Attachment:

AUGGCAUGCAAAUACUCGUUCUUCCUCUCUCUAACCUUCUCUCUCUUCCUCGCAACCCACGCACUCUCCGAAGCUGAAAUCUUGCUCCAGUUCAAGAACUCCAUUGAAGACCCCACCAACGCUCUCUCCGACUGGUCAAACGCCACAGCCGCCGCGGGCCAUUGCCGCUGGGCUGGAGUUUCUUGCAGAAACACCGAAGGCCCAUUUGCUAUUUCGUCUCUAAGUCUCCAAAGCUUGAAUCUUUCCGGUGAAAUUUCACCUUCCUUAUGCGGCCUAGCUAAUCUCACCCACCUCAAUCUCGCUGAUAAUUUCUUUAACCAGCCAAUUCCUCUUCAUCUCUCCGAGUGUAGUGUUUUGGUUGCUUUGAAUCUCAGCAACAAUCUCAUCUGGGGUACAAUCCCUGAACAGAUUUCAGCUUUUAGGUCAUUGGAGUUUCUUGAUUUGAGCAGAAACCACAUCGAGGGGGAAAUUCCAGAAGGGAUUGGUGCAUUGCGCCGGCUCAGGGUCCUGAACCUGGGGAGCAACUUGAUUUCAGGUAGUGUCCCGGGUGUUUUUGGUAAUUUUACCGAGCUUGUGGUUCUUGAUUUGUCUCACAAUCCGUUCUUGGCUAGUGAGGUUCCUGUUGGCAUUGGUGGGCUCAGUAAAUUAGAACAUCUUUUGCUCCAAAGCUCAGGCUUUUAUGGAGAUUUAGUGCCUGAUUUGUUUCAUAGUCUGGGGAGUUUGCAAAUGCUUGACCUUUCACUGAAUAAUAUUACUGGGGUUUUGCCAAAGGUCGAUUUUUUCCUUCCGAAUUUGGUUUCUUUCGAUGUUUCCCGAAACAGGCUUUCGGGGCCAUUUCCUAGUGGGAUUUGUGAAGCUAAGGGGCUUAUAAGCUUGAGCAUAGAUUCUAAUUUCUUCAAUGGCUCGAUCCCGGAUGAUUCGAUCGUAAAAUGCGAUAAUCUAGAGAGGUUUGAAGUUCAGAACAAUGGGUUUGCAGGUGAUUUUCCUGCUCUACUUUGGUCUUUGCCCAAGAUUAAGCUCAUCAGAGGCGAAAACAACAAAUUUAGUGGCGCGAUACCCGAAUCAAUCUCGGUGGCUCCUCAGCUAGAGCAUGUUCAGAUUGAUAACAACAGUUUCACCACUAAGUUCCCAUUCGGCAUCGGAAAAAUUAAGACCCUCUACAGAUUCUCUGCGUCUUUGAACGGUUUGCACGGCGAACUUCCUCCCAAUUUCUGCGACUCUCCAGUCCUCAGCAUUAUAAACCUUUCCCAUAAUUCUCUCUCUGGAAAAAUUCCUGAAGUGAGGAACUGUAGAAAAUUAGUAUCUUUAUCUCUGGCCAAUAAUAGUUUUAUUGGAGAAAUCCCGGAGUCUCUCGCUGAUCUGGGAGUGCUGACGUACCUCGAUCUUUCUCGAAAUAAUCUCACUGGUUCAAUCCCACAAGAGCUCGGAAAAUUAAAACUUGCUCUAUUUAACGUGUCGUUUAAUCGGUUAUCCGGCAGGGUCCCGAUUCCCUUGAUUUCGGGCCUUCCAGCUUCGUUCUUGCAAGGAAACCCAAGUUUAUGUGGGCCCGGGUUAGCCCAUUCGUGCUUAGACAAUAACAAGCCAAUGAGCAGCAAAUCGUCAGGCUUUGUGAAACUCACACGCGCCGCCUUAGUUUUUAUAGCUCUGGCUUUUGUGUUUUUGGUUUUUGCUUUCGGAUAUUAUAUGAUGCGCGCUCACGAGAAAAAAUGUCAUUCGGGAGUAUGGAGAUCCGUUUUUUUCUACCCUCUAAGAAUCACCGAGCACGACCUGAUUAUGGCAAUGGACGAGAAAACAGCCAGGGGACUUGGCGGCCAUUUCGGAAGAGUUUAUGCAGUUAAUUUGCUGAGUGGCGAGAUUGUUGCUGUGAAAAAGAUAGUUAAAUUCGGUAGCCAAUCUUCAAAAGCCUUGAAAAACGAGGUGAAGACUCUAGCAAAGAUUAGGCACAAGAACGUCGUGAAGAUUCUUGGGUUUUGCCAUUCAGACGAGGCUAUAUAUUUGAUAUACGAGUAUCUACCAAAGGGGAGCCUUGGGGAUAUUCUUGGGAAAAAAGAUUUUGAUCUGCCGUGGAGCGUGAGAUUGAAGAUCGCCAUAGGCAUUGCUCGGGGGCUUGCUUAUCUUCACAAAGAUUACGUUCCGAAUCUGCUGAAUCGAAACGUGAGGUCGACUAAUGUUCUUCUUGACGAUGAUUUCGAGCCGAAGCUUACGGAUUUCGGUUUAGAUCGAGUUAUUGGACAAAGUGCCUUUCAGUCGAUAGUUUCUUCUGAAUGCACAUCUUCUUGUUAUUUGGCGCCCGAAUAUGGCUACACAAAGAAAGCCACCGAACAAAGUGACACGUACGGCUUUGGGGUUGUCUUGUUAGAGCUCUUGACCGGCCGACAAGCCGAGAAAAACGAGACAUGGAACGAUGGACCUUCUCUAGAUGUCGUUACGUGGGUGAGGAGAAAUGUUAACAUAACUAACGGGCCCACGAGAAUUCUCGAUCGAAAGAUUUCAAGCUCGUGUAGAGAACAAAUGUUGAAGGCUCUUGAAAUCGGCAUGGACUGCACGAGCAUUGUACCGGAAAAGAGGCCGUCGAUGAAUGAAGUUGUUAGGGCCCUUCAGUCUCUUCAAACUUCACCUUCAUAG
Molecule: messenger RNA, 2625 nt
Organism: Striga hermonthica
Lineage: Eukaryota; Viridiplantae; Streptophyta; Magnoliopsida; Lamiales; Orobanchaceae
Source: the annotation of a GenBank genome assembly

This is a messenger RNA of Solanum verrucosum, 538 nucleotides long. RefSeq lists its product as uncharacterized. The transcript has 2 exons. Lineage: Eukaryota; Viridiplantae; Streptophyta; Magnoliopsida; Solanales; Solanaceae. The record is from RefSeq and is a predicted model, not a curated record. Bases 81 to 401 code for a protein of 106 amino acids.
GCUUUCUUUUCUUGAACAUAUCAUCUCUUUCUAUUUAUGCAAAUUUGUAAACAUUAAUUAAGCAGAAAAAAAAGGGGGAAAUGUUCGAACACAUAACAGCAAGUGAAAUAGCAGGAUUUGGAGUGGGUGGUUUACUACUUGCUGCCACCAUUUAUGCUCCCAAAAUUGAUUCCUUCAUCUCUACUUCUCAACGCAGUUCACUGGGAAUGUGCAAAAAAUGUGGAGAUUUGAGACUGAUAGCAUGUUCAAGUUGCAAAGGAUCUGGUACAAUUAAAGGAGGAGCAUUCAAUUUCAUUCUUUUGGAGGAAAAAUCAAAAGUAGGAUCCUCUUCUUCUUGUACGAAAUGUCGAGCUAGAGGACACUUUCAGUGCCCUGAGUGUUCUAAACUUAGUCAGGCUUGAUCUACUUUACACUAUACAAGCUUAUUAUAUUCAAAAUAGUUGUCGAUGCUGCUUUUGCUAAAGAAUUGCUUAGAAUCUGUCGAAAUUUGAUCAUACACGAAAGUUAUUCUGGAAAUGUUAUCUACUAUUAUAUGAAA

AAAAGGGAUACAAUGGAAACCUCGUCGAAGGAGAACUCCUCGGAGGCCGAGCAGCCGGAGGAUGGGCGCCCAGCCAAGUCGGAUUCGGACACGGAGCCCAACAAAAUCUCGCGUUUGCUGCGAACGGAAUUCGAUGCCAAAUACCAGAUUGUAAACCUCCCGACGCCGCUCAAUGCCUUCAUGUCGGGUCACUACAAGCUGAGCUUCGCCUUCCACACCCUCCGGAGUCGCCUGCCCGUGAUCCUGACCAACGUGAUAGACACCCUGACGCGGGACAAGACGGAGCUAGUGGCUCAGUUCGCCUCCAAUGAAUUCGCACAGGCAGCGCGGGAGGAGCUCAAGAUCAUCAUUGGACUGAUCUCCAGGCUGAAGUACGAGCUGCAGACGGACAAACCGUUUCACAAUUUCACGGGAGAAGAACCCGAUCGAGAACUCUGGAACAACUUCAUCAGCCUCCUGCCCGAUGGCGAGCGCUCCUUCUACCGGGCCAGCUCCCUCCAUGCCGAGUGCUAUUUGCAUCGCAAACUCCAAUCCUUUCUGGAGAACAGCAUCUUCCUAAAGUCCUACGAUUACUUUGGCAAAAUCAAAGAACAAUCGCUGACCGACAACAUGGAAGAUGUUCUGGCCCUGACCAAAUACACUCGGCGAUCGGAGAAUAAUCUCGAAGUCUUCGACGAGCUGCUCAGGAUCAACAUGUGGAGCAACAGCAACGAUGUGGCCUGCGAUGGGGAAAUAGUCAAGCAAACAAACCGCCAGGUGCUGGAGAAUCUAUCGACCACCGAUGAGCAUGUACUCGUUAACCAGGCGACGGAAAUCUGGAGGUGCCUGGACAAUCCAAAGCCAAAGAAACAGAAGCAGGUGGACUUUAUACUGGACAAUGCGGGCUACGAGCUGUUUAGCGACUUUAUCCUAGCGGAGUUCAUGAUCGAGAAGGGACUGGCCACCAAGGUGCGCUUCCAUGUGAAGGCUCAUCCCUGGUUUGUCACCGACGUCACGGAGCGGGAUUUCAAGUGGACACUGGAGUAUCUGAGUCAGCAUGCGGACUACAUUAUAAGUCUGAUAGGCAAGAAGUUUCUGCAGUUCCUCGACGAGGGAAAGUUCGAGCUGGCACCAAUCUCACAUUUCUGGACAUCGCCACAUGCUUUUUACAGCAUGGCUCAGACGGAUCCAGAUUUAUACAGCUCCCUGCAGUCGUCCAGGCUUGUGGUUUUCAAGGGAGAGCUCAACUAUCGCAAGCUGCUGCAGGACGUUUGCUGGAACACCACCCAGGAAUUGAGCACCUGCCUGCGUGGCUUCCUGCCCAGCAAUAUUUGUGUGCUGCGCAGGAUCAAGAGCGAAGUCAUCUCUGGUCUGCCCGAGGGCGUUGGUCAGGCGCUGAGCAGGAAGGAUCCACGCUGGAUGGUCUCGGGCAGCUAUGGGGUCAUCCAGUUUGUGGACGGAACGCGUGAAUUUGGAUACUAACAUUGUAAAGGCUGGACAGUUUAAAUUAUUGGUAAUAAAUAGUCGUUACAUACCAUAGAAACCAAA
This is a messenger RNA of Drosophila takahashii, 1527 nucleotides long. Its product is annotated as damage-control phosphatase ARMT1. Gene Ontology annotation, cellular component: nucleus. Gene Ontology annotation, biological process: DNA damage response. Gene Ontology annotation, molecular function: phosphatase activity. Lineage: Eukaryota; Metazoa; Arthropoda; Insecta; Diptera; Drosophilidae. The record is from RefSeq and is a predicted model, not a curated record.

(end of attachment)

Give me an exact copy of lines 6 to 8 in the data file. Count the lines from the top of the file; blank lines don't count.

This is a messenger RNA of Solanum verrucosum, 538 nucleotides long. RefSeq lists its product as uncharacterized. The transcript has 2 exons. Lineage: Eukaryota; Viridiplantae; Streptophyta; Magnoliopsida; Solanales; Solanaceae. The record is from RefSeq and is a predicted model, not a curated record. Bases 81 to 401 code for a protein of 106 amino acids.
GCUUUCUUUUCUUGAACAUAUCAUCUCUUUCUAUUUAUGCAAAUUUGUAAACAUUAAUUAAGCAGAAAAAAAAGGGGGAAAUGUUCGAACACAUAACAGCAAGUGAAAUAGCAGGAUUUGGAGUGGGUGGUUUACUACUUGCUGCCACCAUUUAUGCUCCCAAAAUUGAUUCCUUCAUCUCUACUUCUCAACGCAGUUCACUGGGAAUGUGCAAAAAAUGUGGAGAUUUGAGACUGAUAGCAUGUUCAAGUUGCAAAGGAUCUGGUACAAUUAAAGGAGGAGCAUUCAAUUUCAUUCUUUUGGAGGAAAAAUCAAAAGUAGGAUCCUCUUCUUCUUGUACGAAAUGUCGAGCUAGAGGACACUUUCAGUGCCCUGAGUGUUCUAAACUUAGUCAGGCUUGAUCUACUUUACACUAUACAAGCUUAUUAUAUUCAAAAUAGUUGUCGAUGCUGCUUUUGCUAAAGAAUUGCUUAGAAUCUGUCGAAAUUUGAUCAUACACGAAAGUUAUUCUGGAAAUGUUAUCUACUAUUAUAUGAAA

AAAAGGGAUACAAUGGAAACCUCGUCGAAGGAGAACUCCUCGGAGGCCGAGCAGCCGGAGGAUGGGCGCCCAGCCAAGUCGGAUUCGGACACGGAGCCCAACAAAAUCUCGCGUUUGCUGCGAACGGAAUUCGAUGCCAAAUACCAGAUUGUAAACCUCCCGACGCCGCUCAAUGCCUUCAUGUCGGGUCACUACAAGCUGAGCUUCGCCUUCCACACCCUCCGGAGUCGCCUGCCCGUGAUCCUGACCAACGUGAUAGACACCCUGACGCGGGACAAGACGGAGCUAGUGGCUCAGUUCGCCUCCAAUGAAUUCGCACAGGCAGCGCGGGAGGAGCUCAAGAUCAUCAUUGGACUGAUCUCCAGGCUGAAGUACGAGCUGCAGACGGACAAACCGUUUCACAAUUUCACGGGAGAAGAACCCGAUCGAGAACUCUGGAACAACUUCAUCAGCCUCCUGCCCGAUGGCGAGCGCUCCUUCUACCGGGCCAGCUCCCUCCAUGCCGAGUGCUAUUUGCAUCGCAAACUCCAAUCCUUUCUGGAGAACAGCAUCUUCCUAAAGUCCUACGAUUACUUUGGCAAAAUCAAAGAACAAUCGCUGACCGACAACAUGGAAGAUGUUCUGGCCCUGACCAAAUACACUCGGCGAUCGGAGAAUAAUCUCGAAGUCUUCGACGAGCUGCUCAGGAUCAACAUGUGGAGCAACAGCAACGAUGUGGCCUGCGAUGGGGAAAUAGUCAAGCAAACAAACCGCCAGGUGCUGGAGAAUCUAUCGACCACCGAUGAGCAUGUACUCGUUAACCAGGCGACGGAAAUCUGGAGGUGCCUGGACAAUCCAAAGCCAAAGAAACAGAAGCAGGUGGACUUUAUACUGGACAAUGCGGGCUACGAGCUGUUUAGCGACUUUAUCCUAGCGGAGUUCAUGAUCGAGAAGGGACUGGCCACCAAGGUGCGCUUCCAUGUGAAGGCUCAUCCCUGGUUUGUCACCGACGUCACGGAGCGGGAUUUCAAGUGGACACUGGAGUAUCUGAGUCAGCAUGCGGACUACAUUAUAAGUCUGAUAGGCAAGAAGUUUCUGCAGUUCCUCGACGAGGGAAAGUUCGAGCUGGCACCAAUCUCACAUUUCUGGACAUCGCCACAUGCUUUUUACAGCAUGGCUCAGACGGAUCCAGAUUUAUACAGCUCCCUGCAGUCGUCCAGGCUUGUGGUUUUCAAGGGAGAGCUCAACUAUCGCAAGCUGCUGCAGGACGUUUGCUGGAACACCACCCAGGAAUUGAGCACCUGCCUGCGUGGCUUCCUGCCCAGCAAUAUUUGUGUGCUGCGCAGGAUCAAGAGCGAAGUCAUCUCUGGUCUGCCCGAGGGCGUUGGUCAGGCGCUGAGCAGGAAGGAUCCACGCUGGAUGGUCUCGGGCAGCUAUGGGGUCAUCCAGUUUGUGGACGGAACGCGUGAAUUUGGAUACUAACAUUGUAAAGGCUGGACAGUUUAAAUUAUUGGUAAUAAAUAGUCGUUACAUACCAUAGAAACCAAA